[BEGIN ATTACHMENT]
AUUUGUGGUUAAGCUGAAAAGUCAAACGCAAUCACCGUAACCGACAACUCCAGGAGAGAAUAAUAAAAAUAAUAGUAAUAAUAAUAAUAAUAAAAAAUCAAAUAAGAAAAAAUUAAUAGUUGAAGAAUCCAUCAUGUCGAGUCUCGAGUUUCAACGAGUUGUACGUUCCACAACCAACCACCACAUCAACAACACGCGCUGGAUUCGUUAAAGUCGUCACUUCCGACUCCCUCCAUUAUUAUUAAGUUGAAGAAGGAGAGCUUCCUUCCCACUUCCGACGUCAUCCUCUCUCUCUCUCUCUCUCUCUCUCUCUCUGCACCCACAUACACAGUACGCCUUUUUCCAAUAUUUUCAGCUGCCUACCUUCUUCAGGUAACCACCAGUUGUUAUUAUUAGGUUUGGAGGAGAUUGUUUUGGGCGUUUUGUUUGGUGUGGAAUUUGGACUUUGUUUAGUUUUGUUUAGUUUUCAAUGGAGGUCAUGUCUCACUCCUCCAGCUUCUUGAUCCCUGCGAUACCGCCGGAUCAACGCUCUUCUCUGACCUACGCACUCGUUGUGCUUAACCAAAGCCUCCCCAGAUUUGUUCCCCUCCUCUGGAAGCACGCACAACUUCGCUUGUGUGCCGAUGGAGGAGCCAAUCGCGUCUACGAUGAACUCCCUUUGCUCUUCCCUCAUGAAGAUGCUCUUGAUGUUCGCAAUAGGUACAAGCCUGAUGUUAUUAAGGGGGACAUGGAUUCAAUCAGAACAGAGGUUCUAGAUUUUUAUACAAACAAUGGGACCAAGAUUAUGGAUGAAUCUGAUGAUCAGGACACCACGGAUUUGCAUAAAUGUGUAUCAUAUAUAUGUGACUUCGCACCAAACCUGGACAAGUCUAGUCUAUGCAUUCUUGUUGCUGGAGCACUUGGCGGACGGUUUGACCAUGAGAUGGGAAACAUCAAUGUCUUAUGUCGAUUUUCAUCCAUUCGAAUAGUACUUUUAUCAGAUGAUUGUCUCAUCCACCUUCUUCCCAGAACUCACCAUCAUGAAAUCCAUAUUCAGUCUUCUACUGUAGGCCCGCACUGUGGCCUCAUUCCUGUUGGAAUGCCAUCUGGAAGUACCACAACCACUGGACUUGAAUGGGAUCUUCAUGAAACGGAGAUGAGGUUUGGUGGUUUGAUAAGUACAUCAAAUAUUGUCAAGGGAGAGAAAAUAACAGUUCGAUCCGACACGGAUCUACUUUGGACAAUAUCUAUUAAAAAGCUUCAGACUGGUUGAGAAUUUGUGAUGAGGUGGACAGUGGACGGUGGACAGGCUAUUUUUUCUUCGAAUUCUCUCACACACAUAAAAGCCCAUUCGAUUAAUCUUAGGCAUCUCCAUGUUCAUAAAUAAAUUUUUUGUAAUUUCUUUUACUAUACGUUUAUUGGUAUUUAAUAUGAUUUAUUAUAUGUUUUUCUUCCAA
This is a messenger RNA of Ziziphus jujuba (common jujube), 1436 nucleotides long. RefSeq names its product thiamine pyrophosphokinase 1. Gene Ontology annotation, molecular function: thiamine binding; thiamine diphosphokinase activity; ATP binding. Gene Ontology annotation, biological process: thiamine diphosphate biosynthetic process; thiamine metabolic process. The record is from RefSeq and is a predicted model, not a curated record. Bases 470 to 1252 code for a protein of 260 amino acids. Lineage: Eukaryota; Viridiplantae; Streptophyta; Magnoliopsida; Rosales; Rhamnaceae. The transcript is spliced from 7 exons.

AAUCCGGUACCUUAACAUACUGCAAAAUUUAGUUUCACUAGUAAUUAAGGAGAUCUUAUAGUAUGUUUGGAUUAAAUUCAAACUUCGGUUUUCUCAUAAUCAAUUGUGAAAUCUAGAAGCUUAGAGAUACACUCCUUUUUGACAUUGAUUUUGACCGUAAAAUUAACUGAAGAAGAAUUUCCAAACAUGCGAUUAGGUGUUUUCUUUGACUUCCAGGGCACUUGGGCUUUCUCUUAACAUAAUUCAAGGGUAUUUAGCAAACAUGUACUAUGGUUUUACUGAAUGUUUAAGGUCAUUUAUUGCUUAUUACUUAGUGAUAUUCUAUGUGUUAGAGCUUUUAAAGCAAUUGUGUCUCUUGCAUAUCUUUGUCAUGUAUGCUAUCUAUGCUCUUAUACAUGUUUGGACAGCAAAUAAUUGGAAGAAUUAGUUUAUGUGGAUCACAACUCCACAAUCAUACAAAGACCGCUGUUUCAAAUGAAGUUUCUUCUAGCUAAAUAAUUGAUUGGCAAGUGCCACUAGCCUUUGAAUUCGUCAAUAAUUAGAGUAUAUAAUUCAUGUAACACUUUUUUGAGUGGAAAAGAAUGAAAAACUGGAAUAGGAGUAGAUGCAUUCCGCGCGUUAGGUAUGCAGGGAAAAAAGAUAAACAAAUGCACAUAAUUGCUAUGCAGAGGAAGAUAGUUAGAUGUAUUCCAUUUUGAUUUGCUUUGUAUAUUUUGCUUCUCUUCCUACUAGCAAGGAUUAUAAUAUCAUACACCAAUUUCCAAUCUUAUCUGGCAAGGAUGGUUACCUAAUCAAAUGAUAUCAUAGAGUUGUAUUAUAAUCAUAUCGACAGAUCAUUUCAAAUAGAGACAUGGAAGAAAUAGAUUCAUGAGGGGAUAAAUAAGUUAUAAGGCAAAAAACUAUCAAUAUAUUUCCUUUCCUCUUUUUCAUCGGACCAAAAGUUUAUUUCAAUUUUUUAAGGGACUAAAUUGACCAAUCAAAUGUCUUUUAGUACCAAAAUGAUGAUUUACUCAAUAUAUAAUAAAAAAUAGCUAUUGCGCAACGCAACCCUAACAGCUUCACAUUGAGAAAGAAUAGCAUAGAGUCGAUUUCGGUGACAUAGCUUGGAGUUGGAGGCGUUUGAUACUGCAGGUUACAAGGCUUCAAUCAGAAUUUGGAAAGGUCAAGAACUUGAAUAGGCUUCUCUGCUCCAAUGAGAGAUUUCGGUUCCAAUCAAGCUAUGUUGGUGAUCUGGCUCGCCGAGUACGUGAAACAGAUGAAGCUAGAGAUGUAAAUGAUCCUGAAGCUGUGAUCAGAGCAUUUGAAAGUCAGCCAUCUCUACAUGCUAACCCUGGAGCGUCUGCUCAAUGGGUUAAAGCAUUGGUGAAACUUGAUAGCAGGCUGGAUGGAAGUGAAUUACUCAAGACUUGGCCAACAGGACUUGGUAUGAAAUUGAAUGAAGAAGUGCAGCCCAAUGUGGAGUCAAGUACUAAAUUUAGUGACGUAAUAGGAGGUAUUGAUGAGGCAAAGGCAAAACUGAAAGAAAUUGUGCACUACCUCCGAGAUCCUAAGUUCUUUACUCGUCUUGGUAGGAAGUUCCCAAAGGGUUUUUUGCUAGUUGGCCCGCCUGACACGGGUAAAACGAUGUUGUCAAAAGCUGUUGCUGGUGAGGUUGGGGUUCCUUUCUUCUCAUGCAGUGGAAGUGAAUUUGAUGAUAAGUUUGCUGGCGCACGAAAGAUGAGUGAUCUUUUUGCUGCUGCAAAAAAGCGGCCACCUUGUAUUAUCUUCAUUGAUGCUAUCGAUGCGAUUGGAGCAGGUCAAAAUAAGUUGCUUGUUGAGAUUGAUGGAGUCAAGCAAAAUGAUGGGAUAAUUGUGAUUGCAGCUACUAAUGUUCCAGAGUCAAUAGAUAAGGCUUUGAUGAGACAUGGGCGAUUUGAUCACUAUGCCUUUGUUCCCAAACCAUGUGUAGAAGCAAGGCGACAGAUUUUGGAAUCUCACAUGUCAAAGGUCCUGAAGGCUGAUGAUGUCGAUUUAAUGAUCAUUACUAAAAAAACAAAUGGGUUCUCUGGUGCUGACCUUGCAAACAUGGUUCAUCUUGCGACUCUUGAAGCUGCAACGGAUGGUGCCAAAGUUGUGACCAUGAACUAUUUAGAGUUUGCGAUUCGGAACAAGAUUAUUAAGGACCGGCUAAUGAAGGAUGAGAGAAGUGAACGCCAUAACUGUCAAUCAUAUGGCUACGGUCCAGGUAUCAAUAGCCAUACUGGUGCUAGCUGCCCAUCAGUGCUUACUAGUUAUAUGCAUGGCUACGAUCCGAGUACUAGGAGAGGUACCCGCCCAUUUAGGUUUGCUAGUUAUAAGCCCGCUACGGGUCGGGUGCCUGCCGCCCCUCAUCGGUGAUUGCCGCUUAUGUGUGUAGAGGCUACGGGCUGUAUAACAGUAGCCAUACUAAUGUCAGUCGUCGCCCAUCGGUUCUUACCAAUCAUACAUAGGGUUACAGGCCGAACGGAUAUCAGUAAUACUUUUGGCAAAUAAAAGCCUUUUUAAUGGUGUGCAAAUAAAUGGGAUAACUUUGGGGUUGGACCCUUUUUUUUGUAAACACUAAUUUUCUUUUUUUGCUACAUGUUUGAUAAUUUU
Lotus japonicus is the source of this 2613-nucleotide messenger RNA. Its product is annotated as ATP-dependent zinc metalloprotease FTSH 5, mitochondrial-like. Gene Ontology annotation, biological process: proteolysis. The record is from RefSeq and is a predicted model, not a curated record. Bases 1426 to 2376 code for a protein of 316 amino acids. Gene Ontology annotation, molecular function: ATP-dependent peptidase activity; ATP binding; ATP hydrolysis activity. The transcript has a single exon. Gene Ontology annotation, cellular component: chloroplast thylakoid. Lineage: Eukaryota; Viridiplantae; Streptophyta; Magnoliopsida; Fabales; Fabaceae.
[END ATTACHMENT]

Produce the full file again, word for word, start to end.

AUUUGUGGUUAAGCUGAAAAGUCAAACGCAAUCACCGUAACCGACAACUCCAGGAGAGAAUAAUAAAAAUAAUAGUAAUAAUAAUAAUAAUAAAAAAUCAAAUAAGAAAAAAUUAAUAGUUGAAGAAUCCAUCAUGUCGAGUCUCGAGUUUCAACGAGUUGUACGUUCCACAACCAACCACCACAUCAACAACACGCGCUGGAUUCGUUAAAGUCGUCACUUCCGACUCCCUCCAUUAUUAUUAAGUUGAAGAAGGAGAGCUUCCUUCCCACUUCCGACGUCAUCCUCUCUCUCUCUCUCUCUCUCUCUCUCUCUGCACCCACAUACACAGUACGCCUUUUUCCAAUAUUUUCAGCUGCCUACCUUCUUCAGGUAACCACCAGUUGUUAUUAUUAGGUUUGGAGGAGAUUGUUUUGGGCGUUUUGUUUGGUGUGGAAUUUGGACUUUGUUUAGUUUUGUUUAGUUUUCAAUGGAGGUCAUGUCUCACUCCUCCAGCUUCUUGAUCCCUGCGAUACCGCCGGAUCAACGCUCUUCUCUGACCUACGCACUCGUUGUGCUUAACCAAAGCCUCCCCAGAUUUGUUCCCCUCCUCUGGAAGCACGCACAACUUCGCUUGUGUGCCGAUGGAGGAGCCAAUCGCGUCUACGAUGAACUCCCUUUGCUCUUCCCUCAUGAAGAUGCUCUUGAUGUUCGCAAUAGGUACAAGCCUGAUGUUAUUAAGGGGGACAUGGAUUCAAUCAGAACAGAGGUUCUAGAUUUUUAUACAAACAAUGGGACCAAGAUUAUGGAUGAAUCUGAUGAUCAGGACACCACGGAUUUGCAUAAAUGUGUAUCAUAUAUAUGUGACUUCGCACCAAACCUGGACAAGUCUAGUCUAUGCAUUCUUGUUGCUGGAGCACUUGGCGGACGGUUUGACCAUGAGAUGGGAAACAUCAAUGUCUUAUGUCGAUUUUCAUCCAUUCGAAUAGUACUUUUAUCAGAUGAUUGUCUCAUCCACCUUCUUCCCAGAACUCACCAUCAUGAAAUCCAUAUUCAGUCUUCUACUGUAGGCCCGCACUGUGGCCUCAUUCCUGUUGGAAUGCCAUCUGGAAGUACCACAACCACUGGACUUGAAUGGGAUCUUCAUGAAACGGAGAUGAGGUUUGGUGGUUUGAUAAGUACAUCAAAUAUUGUCAAGGGAGAGAAAAUAACAGUUCGAUCCGACACGGAUCUACUUUGGACAAUAUCUAUUAAAAAGCUUCAGACUGGUUGAGAAUUUGUGAUGAGGUGGACAGUGGACGGUGGACAGGCUAUUUUUUCUUCGAAUUCUCUCACACACAUAAAAGCCCAUUCGAUUAAUCUUAGGCAUCUCCAUGUUCAUAAAUAAAUUUUUUGUAAUUUCUUUUACUAUACGUUUAUUGGUAUUUAAUAUGAUUUAUUAUAUGUUUUUCUUCCAA
This is a messenger RNA of Ziziphus jujuba (common jujube), 1436 nucleotides long. RefSeq names its product thiamine pyrophosphokinase 1. Gene Ontology annotation, molecular function: thiamine binding; thiamine diphosphokinase activity; ATP binding. Gene Ontology annotation, biological process: thiamine diphosphate biosynthetic process; thiamine metabolic process. The record is from RefSeq and is a predicted model, not a curated record. Bases 470 to 1252 code for a protein of 260 amino acids. Lineage: Eukaryota; Viridiplantae; Streptophyta; Magnoliopsida; Rosales; Rhamnaceae. The transcript is spliced from 7 exons.

AAUCCGGUACCUUAACAUACUGCAAAAUUUAGUUUCACUAGUAAUUAAGGAGAUCUUAUAGUAUGUUUGGAUUAAAUUCAAACUUCGGUUUUCUCAUAAUCAAUUGUGAAAUCUAGAAGCUUAGAGAUACACUCCUUUUUGACAUUGAUUUUGACCGUAAAAUUAACUGAAGAAGAAUUUCCAAACAUGCGAUUAGGUGUUUUCUUUGACUUCCAGGGCACUUGGGCUUUCUCUUAACAUAAUUCAAGGGUAUUUAGCAAACAUGUACUAUGGUUUUACUGAAUGUUUAAGGUCAUUUAUUGCUUAUUACUUAGUGAUAUUCUAUGUGUUAGAGCUUUUAAAGCAAUUGUGUCUCUUGCAUAUCUUUGUCAUGUAUGCUAUCUAUGCUCUUAUACAUGUUUGGACAGCAAAUAAUUGGAAGAAUUAGUUUAUGUGGAUCACAACUCCACAAUCAUACAAAGACCGCUGUUUCAAAUGAAGUUUCUUCUAGCUAAAUAAUUGAUUGGCAAGUGCCACUAGCCUUUGAAUUCGUCAAUAAUUAGAGUAUAUAAUUCAUGUAACACUUUUUUGAGUGGAAAAGAAUGAAAAACUGGAAUAGGAGUAGAUGCAUUCCGCGCGUUAGGUAUGCAGGGAAAAAAGAUAAACAAAUGCACAUAAUUGCUAUGCAGAGGAAGAUAGUUAGAUGUAUUCCAUUUUGAUUUGCUUUGUAUAUUUUGCUUCUCUUCCUACUAGCAAGGAUUAUAAUAUCAUACACCAAUUUCCAAUCUUAUCUGGCAAGGAUGGUUACCUAAUCAAAUGAUAUCAUAGAGUUGUAUUAUAAUCAUAUCGACAGAUCAUUUCAAAUAGAGACAUGGAAGAAAUAGAUUCAUGAGGGGAUAAAUAAGUUAUAAGGCAAAAAACUAUCAAUAUAUUUCCUUUCCUCUUUUUCAUCGGACCAAAAGUUUAUUUCAAUUUUUUAAGGGACUAAAUUGACCAAUCAAAUGUCUUUUAGUACCAAAAUGAUGAUUUACUCAAUAUAUAAUAAAAAAUAGCUAUUGCGCAACGCAACCCUAACAGCUUCACAUUGAGAAAGAAUAGCAUAGAGUCGAUUUCGGUGACAUAGCUUGGAGUUGGAGGCGUUUGAUACUGCAGGUUACAAGGCUUCAAUCAGAAUUUGGAAAGGUCAAGAACUUGAAUAGGCUUCUCUGCUCCAAUGAGAGAUUUCGGUUCCAAUCAAGCUAUGUUGGUGAUCUGGCUCGCCGAGUACGUGAAACAGAUGAAGCUAGAGAUGUAAAUGAUCCUGAAGCUGUGAUCAGAGCAUUUGAAAGUCAGCCAUCUCUACAUGCUAACCCUGGAGCGUCUGCUCAAUGGGUUAAAGCAUUGGUGAAACUUGAUAGCAGGCUGGAUGGAAGUGAAUUACUCAAGACUUGGCCAACAGGACUUGGUAUGAAAUUGAAUGAAGAAGUGCAGCCCAAUGUGGAGUCAAGUACUAAAUUUAGUGACGUAAUAGGAGGUAUUGAUGAGGCAAAGGCAAAACUGAAAGAAAUUGUGCACUACCUCCGAGAUCCUAAGUUCUUUACUCGUCUUGGUAGGAAGUUCCCAAAGGGUUUUUUGCUAGUUGGCCCGCCUGACACGGGUAAAACGAUGUUGUCAAAAGCUGUUGCUGGUGAGGUUGGGGUUCCUUUCUUCUCAUGCAGUGGAAGUGAAUUUGAUGAUAAGUUUGCUGGCGCACGAAAGAUGAGUGAUCUUUUUGCUGCUGCAAAAAAGCGGCCACCUUGUAUUAUCUUCAUUGAUGCUAUCGAUGCGAUUGGAGCAGGUCAAAAUAAGUUGCUUGUUGAGAUUGAUGGAGUCAAGCAAAAUGAUGGGAUAAUUGUGAUUGCAGCUACUAAUGUUCCAGAGUCAAUAGAUAAGGCUUUGAUGAGACAUGGGCGAUUUGAUCACUAUGCCUUUGUUCCCAAACCAUGUGUAGAAGCAAGGCGACAGAUUUUGGAAUCUCACAUGUCAAAGGUCCUGAAGGCUGAUGAUGUCGAUUUAAUGAUCAUUACUAAAAAAACAAAUGGGUUCUCUGGUGCUGACCUUGCAAACAUGGUUCAUCUUGCGACUCUUGAAGCUGCAACGGAUGGUGCCAAAGUUGUGACCAUGAACUAUUUAGAGUUUGCGAUUCGGAACAAGAUUAUUAAGGACCGGCUAAUGAAGGAUGAGAGAAGUGAACGCCAUAACUGUCAAUCAUAUGGCUACGGUCCAGGUAUCAAUAGCCAUACUGGUGCUAGCUGCCCAUCAGUGCUUACUAGUUAUAUGCAUGGCUACGAUCCGAGUACUAGGAGAGGUACCCGCCCAUUUAGGUUUGCUAGUUAUAAGCCCGCUACGGGUCGGGUGCCUGCCGCCCCUCAUCGGUGAUUGCCGCUUAUGUGUGUAGAGGCUACGGGCUGUAUAACAGUAGCCAUACUAAUGUCAGUCGUCGCCCAUCGGUUCUUACCAAUCAUACAUAGGGUUACAGGCCGAACGGAUAUCAGUAAUACUUUUGGCAAAUAAAAGCCUUUUUAAUGGUGUGCAAAUAAAUGGGAUAACUUUGGGGUUGGACCCUUUUUUUUGUAAACACUAAUUUUCUUUUUUUGCUACAUGUUUGAUAAUUUU
Lotus japonicus is the source of this 2613-nucleotide messenger RNA. Its product is annotated as ATP-dependent zinc metalloprotease FTSH 5, mitochondrial-like. Gene Ontology annotation, biological process: proteolysis. The record is from RefSeq and is a predicted model, not a curated record. Bases 1426 to 2376 code for a protein of 316 amino acids. Gene Ontology annotation, molecular function: ATP-dependent peptidase activity; ATP binding; ATP hydrolysis activity. The transcript has a single exon. Gene Ontology annotation, cellular component: chloroplast thylakoid. Lineage: Eukaryota; Viridiplantae; Streptophyta; Magnoliopsida; Fabales; Fabaceae.